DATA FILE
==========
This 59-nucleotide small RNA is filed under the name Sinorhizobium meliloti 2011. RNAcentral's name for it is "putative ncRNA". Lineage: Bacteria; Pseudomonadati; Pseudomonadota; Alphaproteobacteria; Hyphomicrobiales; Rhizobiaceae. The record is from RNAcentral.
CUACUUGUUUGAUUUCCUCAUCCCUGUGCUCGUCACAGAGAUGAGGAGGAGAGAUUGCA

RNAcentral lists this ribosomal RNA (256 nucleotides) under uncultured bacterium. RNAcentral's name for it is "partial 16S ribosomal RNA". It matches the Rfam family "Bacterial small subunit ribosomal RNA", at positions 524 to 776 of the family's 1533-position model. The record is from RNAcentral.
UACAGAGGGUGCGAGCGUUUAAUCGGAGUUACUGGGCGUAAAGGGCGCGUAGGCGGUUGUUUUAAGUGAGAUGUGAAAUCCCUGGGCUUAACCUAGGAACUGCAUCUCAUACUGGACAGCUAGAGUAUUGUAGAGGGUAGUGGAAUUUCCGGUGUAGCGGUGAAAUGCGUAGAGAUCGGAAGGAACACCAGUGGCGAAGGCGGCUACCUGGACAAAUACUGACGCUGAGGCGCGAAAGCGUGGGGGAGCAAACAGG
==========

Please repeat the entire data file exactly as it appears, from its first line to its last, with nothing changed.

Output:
This 59-nucleotide small RNA is filed under the name Sinorhizobium meliloti 2011. RNAcentral's name for it is "putative ncRNA". Lineage: Bacteria; Pseudomonadati; Pseudomonadota; Alphaproteobacteria; Hyphomicrobiales; Rhizobiaceae. The record is from RNAcentral.
CUACUUGUUUGAUUUCCUCAUCCCUGUGCUCGUCACAGAGAUGAGGAGGAGAGAUUGCA

RNAcentral lists this ribosomal RNA (256 nucleotides) under uncultured bacterium. RNAcentral's name for it is "partial 16S ribosomal RNA". It matches the Rfam family "Bacterial small subunit ribosomal RNA", at positions 524 to 776 of the family's 1533-position model. The record is from RNAcentral.
UACAGAGGGUGCGAGCGUUUAAUCGGAGUUACUGGGCGUAAAGGGCGCGUAGGCGGUUGUUUUAAGUGAGAUGUGAAAUCCCUGGGCUUAACCUAGGAACUGCAUCUCAUACUGGACAGCUAGAGUAUUGUAGAGGGUAGUGGAAUUUCCGGUGUAGCGGUGAAAUGCGUAGAGAUCGGAAGGAACACCAGUGGCGAAGGCGGCUACCUGGACAAAUACUGACGCUGAGGCGCGAAAGCGUGGGGGAGCAAACAGG